[Smt-talk] Nature and Labeling of the Cadential Six-Four

Devin Chaloux devin.chaloux at gmail.com
Mon Feb 13 06:39:24 PST 2012

Good morning list!

This is quite the discussion on labeling 6/4 chords, something my
Master's colleagues and I have been discussing fervently in our pedagogy
class as we work through all of the different textbooks. It is fantastic to
see that our differing views are supported by a large swath of the music
theory community as well. Certainly this is a controversial
subject--possibly with no right or wrong answer given the situation.

I'd like to respond to Ciro Scotto and Dmitri Tymoczko's mini discussion
about labeling a 6/4 on scale-degree 5 that resolves deceptively. The
Beethoven example is a good one for this particular example. I think much
of it depends on how you consider the progression works. In that piece, a
ii6 leads into that 6/4. Today, I imagine most pedagogues, like myself,
probably find this spot tricky to analyze for our freshmen/sophomores. If
we go the I6/4 route, then we have the conundrum of a ii going to a I
chord. Then again, this depends on whether pedagogues have strictly
forbidden this (despite the many examples of ii(7) resolving to I in the
literature). If you label it a V6/4, it does not resolve where it should
go, V. However, I am part of the V6/4 camp as the 6/4 resolves down to 5/3
in the correct register. Essentially, we have a chromatic passing tone in
the bass as part of a deceptive resolution to vi. Nevertheless, it may be
possible to experience it both ways.

Since there is an easy explanation for the Beethoven "God Save the King"
example, I bring forth an example that may be a bit more problematic. Enter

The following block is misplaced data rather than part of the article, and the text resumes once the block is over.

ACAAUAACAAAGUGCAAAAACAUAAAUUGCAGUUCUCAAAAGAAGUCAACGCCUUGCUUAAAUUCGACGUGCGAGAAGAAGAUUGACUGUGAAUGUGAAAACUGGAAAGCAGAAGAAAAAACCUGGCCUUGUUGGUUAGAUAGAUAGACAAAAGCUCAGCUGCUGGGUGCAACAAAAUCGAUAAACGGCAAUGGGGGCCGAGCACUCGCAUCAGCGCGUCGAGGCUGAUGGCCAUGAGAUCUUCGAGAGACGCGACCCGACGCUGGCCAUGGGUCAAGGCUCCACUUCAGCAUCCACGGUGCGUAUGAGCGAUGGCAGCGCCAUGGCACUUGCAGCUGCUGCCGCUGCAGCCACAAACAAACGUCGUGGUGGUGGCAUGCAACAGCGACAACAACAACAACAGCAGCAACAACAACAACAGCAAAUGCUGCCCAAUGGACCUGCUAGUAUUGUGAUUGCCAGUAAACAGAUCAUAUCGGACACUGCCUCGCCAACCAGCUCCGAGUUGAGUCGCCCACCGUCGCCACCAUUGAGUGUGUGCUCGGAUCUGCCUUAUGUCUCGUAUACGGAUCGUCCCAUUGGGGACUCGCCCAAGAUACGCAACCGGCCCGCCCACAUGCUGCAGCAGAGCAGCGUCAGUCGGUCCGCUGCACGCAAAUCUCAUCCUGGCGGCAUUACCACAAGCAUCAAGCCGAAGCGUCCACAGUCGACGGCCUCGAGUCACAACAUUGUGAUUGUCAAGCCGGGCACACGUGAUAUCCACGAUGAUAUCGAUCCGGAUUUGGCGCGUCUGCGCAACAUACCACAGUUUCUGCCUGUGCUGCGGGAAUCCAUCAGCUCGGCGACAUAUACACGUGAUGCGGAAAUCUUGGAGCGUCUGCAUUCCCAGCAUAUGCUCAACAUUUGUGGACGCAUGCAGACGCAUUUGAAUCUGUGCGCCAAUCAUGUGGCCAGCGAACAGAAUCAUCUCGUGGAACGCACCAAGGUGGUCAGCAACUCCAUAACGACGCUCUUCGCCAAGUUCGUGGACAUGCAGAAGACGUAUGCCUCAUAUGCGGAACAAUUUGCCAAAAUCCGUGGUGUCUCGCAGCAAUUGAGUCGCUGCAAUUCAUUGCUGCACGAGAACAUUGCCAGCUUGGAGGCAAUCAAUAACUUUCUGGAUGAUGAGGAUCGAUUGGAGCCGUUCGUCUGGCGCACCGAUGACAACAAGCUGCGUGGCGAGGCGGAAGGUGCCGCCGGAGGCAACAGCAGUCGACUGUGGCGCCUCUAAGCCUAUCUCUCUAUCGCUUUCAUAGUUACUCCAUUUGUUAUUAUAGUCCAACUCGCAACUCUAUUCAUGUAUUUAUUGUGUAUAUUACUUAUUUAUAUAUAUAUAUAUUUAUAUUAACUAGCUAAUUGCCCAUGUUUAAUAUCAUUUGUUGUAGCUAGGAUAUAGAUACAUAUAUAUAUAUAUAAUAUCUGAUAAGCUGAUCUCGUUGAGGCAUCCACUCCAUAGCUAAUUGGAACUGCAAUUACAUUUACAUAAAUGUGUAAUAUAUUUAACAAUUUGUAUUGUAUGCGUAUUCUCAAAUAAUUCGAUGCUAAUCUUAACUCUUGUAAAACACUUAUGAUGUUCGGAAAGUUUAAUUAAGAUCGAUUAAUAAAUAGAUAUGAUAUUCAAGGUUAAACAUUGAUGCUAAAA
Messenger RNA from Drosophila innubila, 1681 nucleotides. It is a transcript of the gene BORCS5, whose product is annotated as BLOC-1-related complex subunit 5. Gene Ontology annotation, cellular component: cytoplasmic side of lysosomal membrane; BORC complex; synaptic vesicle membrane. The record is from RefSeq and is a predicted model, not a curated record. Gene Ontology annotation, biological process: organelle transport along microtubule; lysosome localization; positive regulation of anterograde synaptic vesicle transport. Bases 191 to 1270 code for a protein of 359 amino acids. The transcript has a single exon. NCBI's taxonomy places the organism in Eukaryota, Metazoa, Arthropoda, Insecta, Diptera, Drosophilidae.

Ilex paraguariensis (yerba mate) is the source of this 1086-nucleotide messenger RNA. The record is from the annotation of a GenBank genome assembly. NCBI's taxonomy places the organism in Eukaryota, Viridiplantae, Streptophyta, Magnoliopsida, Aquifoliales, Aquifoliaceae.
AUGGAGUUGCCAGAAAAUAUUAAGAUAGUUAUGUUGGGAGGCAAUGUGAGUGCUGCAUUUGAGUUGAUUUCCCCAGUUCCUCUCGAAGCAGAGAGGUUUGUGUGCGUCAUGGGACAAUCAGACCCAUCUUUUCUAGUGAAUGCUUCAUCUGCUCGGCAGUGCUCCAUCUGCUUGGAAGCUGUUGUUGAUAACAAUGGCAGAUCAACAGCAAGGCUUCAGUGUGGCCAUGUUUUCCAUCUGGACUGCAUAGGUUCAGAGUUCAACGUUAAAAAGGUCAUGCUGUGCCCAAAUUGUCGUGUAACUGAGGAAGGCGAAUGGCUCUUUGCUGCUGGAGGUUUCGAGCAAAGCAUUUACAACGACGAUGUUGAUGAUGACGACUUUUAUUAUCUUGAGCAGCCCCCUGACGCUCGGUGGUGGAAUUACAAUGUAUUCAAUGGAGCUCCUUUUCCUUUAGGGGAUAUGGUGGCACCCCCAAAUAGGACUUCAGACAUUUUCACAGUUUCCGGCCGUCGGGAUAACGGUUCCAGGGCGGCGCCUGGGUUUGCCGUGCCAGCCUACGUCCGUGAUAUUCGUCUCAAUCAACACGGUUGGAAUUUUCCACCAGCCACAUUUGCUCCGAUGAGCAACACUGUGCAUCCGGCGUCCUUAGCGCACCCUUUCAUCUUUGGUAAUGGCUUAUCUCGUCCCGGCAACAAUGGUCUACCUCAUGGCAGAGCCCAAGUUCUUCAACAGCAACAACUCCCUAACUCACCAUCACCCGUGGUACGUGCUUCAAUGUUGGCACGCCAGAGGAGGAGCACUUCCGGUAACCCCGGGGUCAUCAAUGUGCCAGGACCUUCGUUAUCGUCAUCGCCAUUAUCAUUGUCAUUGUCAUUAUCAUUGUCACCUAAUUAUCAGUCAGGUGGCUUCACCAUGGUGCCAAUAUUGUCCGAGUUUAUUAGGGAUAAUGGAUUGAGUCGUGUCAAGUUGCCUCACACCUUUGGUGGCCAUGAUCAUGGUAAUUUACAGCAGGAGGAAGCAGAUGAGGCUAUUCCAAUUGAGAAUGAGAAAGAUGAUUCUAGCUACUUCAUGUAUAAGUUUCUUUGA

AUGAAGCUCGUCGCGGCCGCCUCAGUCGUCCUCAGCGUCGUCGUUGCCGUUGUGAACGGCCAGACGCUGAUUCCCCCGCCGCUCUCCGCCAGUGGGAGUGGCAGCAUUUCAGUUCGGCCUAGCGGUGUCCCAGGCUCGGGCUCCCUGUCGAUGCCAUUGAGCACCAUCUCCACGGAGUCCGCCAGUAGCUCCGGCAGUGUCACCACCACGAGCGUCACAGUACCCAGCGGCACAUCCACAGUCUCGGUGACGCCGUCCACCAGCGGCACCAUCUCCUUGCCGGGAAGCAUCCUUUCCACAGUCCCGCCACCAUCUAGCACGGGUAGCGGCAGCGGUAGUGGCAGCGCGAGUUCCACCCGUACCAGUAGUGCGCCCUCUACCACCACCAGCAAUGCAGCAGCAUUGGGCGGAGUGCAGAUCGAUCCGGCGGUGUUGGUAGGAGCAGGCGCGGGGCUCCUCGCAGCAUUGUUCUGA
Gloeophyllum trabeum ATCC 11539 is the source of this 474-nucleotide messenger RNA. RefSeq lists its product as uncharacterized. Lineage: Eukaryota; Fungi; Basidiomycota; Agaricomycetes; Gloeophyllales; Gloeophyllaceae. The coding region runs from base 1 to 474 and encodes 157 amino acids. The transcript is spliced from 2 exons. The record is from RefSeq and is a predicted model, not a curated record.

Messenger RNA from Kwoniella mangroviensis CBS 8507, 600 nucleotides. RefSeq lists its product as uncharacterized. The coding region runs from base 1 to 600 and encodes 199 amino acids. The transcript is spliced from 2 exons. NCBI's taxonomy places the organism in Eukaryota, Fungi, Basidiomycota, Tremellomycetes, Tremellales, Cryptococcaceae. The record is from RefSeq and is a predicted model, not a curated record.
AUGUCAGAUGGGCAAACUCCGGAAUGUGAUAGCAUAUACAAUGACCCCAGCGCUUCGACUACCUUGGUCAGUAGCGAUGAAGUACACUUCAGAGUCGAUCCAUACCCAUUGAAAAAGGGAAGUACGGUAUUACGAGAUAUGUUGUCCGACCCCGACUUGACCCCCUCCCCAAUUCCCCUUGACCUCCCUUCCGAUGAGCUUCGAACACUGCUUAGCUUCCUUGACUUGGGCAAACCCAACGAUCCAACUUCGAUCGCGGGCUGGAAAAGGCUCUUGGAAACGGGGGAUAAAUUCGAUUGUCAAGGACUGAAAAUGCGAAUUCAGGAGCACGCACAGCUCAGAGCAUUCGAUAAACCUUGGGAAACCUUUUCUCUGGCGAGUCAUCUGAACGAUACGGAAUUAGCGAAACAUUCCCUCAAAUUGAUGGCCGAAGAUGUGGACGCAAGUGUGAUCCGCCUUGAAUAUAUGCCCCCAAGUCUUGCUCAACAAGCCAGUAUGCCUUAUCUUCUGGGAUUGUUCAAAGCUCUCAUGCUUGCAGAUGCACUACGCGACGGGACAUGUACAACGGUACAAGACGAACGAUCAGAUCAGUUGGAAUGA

R. Schumann, Op. 68, No. 30 (Album fuer die Jugend). The chord in question
lies in the third full measure on the downbeat. Clearly, this is some sort
of 6/4 chord, but how to label it? Or--maybe more importantly to
Schenkerians--how to graph it? My experience with the piece is absolutely
hearing this 6/4 chord with dominant function. The preparation of this
downbeat with the V6/5/V really adds to a dominant hearing. It becomes
problematic in the resolution however. Like the Beethoven example, the bass
moves chromatically towards a deceptive cadence. However, unlike the
Beethoven example, the 6/4 stays static. This creates an interesting
instance of an augmented chord, to the delight of Richard Cohn and his
Weitzmann regions, and (maybe) much to the dismay of Schenkerians. The
progression finally ends with a weak V6/5-I cadence. What is more
problematic is that the suspended 6/4 does not resolve in the correct
voices due to the inversion of the V6/5 chord.

I undeniably hear this instance of a 6/4 as having dominant function when
we enter the third bar; yet, by the time we leave the third bar, I have
sufficiently questioned myself to consider it as a tonic arpeggiation. In a
sense, over time, you reevaluate how that particular chord functions. This
becomes an interesting problem graphically for Schenkerians. I think it is
tempting to hear the bass arpeggiation from A-C-F to establish the tonic
after the auxiliary cadence; yet, can the 6/4 have enough structural weight
to allow for the 6/4 to be beamed?

With such an example, clearly there will never be one answer for this 6/4
problem. While most of us on this list are discussion exceptional examples,
clearly there are enough to raise a significant issue out of it. However,
one my age can only hope that these types of discussions are the ones that
keep music theory jobs available when I'm ready to apply for them!
Devin Chaloux*
University of Cincinnati - College-Conservatory of Music
M.M. in Music Theory '12
University of Connecticut
B.M. in Music Theory '10
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